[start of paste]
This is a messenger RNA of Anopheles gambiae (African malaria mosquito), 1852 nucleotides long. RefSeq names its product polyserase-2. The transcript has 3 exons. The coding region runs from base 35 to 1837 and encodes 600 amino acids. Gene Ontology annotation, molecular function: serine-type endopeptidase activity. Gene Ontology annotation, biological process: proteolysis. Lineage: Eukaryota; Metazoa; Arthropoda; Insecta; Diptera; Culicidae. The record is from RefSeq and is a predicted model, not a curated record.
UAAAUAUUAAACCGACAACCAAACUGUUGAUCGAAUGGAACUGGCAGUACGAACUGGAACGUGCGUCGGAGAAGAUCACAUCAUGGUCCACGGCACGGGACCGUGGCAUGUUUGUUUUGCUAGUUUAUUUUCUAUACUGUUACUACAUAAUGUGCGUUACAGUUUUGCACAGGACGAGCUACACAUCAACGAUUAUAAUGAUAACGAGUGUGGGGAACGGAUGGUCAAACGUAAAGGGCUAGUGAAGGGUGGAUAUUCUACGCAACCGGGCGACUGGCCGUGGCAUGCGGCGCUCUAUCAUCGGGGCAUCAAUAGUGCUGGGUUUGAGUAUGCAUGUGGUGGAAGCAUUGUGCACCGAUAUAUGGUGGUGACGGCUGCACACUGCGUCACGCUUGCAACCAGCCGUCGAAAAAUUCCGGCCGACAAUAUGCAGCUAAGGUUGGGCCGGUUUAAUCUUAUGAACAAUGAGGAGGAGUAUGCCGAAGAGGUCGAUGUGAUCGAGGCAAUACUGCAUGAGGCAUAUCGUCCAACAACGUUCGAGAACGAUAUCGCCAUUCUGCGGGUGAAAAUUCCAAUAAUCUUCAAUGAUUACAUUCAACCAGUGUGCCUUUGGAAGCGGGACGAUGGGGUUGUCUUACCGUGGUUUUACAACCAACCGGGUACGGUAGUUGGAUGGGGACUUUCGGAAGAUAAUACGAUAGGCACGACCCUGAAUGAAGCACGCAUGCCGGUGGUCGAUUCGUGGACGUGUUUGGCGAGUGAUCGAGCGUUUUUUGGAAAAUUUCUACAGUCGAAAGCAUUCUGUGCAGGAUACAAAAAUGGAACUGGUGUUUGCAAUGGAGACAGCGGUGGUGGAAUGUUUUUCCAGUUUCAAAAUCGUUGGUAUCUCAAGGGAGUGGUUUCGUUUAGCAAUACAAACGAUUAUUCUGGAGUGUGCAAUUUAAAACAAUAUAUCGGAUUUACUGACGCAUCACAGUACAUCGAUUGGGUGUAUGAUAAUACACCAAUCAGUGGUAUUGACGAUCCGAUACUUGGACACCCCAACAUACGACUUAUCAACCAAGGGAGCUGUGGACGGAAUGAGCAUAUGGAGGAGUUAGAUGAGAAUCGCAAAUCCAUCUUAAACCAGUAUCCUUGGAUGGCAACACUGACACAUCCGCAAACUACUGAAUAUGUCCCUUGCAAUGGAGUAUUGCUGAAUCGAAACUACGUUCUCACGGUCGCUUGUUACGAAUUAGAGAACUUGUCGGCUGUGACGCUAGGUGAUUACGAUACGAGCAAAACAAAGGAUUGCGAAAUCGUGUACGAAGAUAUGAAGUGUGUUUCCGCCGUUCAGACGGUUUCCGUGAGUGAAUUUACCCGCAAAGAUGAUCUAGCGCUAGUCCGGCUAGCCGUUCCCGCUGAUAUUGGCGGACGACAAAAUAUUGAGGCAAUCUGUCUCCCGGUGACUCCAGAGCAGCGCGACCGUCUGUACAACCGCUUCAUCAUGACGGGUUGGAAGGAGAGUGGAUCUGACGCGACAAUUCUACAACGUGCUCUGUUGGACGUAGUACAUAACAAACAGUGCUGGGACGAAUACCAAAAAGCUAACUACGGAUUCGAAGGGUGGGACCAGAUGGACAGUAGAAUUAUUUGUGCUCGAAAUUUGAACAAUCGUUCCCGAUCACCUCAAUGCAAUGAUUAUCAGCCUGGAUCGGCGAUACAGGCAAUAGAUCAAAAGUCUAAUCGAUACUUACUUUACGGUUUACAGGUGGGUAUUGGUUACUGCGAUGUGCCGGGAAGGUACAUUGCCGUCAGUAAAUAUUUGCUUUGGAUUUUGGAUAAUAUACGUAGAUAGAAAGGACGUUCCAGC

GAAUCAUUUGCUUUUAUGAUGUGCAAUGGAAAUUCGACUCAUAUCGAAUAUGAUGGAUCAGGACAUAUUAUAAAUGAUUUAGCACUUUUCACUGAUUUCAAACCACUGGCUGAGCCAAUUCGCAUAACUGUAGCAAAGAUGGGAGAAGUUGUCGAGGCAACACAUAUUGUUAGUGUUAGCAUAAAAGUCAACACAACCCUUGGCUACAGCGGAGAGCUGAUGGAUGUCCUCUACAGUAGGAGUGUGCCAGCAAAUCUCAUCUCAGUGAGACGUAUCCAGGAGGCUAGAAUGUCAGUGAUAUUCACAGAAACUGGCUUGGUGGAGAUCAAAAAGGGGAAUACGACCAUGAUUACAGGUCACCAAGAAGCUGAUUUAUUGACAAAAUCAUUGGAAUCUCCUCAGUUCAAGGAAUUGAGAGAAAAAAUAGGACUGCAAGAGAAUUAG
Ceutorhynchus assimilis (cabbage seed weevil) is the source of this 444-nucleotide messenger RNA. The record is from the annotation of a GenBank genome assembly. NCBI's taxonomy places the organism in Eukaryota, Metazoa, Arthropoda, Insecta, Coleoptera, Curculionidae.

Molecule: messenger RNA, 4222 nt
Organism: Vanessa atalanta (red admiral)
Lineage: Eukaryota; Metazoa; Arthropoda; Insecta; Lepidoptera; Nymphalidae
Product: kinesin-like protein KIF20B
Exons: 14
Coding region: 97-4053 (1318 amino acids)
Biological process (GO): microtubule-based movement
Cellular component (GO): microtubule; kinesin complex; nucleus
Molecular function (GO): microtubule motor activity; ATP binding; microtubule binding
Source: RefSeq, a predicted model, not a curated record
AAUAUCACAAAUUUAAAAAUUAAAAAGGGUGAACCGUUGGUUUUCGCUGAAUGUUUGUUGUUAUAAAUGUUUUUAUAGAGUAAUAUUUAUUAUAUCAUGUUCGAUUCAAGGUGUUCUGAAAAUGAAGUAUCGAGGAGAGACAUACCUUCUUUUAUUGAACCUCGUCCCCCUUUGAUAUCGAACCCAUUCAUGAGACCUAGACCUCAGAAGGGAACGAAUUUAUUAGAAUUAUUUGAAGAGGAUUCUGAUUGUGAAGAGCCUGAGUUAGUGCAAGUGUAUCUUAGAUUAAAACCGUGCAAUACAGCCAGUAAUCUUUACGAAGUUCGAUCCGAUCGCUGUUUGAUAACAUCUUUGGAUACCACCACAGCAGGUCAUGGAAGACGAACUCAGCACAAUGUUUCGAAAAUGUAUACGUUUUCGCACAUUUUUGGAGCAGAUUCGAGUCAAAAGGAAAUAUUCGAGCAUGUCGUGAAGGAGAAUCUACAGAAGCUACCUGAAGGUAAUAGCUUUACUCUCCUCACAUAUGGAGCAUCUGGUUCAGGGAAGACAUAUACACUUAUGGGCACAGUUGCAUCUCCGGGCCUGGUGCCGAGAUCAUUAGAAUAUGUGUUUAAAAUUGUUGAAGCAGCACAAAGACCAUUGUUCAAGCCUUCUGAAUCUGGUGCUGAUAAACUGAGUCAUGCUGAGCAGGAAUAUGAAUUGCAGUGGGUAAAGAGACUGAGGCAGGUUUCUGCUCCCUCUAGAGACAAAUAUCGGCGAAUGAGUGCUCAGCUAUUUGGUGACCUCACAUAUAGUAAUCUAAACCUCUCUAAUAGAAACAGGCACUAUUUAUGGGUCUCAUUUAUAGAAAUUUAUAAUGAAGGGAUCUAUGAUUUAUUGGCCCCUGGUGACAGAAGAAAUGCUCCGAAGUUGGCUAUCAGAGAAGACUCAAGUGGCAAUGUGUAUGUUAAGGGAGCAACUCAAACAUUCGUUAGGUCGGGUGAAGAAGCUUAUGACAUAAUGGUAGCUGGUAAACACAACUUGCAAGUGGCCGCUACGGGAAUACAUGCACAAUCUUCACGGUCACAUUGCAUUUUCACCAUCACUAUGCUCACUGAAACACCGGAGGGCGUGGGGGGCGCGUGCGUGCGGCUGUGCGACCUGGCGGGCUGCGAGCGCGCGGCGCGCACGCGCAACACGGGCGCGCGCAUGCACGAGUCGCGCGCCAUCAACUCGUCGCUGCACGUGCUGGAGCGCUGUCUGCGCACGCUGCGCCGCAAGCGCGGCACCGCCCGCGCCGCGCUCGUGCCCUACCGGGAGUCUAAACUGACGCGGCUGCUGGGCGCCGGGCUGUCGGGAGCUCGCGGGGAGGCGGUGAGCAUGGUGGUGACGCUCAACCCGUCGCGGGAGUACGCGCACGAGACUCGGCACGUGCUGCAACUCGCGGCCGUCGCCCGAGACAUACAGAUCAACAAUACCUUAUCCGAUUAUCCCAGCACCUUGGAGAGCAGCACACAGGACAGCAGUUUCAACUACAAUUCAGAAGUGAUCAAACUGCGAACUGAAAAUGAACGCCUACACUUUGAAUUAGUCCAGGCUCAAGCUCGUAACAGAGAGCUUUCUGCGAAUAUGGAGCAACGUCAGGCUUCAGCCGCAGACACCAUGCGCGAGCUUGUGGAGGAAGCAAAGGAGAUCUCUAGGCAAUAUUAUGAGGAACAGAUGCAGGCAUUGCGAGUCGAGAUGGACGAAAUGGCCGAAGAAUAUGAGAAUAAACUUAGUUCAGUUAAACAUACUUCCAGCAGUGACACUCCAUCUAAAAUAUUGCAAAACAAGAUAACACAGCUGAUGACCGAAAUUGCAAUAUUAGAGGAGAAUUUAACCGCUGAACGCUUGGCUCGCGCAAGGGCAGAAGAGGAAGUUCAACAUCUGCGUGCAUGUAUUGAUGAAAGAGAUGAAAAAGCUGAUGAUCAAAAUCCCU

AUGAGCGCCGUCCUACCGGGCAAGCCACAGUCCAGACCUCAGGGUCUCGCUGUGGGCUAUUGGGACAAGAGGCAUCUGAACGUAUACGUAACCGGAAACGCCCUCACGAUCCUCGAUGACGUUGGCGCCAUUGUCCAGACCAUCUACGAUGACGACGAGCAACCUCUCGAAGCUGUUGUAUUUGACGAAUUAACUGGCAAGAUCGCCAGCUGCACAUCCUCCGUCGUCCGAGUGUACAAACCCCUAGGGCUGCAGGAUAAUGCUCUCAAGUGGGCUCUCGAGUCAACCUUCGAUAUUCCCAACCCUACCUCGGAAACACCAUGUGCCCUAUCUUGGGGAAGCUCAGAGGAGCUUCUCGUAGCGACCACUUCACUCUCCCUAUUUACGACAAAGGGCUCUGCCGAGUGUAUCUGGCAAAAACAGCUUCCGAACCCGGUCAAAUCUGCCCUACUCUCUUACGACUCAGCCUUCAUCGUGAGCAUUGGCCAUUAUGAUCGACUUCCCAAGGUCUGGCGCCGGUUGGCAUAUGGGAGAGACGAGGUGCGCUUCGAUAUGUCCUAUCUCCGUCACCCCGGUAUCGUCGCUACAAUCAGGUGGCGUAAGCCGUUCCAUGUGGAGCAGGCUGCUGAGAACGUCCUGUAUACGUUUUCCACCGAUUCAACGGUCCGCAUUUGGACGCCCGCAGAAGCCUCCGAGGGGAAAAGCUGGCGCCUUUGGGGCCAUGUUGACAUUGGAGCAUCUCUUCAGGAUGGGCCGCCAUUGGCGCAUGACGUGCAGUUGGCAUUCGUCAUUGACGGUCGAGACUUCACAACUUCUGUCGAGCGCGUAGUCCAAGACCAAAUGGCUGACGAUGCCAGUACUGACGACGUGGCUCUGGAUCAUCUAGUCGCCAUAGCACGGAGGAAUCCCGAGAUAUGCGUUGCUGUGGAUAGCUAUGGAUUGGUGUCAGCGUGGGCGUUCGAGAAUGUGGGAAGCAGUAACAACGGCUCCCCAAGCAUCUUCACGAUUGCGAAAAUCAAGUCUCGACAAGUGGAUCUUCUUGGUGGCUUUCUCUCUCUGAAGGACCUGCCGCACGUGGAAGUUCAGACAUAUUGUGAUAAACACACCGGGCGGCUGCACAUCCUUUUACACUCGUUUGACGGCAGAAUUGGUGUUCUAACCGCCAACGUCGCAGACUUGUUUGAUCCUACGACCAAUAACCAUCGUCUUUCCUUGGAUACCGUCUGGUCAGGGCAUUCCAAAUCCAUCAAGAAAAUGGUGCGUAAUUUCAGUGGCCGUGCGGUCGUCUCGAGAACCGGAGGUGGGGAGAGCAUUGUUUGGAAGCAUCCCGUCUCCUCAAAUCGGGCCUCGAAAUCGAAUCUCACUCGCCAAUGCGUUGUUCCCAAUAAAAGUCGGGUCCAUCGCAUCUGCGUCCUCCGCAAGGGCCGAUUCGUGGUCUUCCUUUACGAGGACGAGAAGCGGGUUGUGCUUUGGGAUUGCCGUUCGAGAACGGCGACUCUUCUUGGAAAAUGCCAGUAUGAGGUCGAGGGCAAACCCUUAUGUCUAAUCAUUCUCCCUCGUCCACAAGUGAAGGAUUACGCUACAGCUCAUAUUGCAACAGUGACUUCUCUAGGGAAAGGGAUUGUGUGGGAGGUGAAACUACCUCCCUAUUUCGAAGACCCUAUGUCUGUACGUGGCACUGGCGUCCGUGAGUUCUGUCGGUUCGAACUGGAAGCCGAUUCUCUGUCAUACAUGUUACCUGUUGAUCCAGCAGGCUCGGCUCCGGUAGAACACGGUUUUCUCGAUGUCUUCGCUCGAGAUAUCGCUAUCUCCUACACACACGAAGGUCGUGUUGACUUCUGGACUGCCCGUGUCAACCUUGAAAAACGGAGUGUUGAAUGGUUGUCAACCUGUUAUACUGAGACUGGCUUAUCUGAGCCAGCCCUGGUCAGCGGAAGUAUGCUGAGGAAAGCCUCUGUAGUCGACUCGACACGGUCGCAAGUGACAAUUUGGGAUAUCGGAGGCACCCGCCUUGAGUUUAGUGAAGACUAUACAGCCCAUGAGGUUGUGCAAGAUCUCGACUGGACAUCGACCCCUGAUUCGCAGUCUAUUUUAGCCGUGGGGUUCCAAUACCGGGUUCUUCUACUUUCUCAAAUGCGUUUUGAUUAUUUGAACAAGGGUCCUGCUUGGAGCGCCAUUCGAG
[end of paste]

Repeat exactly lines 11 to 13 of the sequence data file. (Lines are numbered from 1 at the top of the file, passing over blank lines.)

Biological process (GO): microtubule-based movement
Cellular component (GO): microtubule; kinesin complex; nucleus
Molecular function (GO): microtubule motor activity; ATP binding; microtubule binding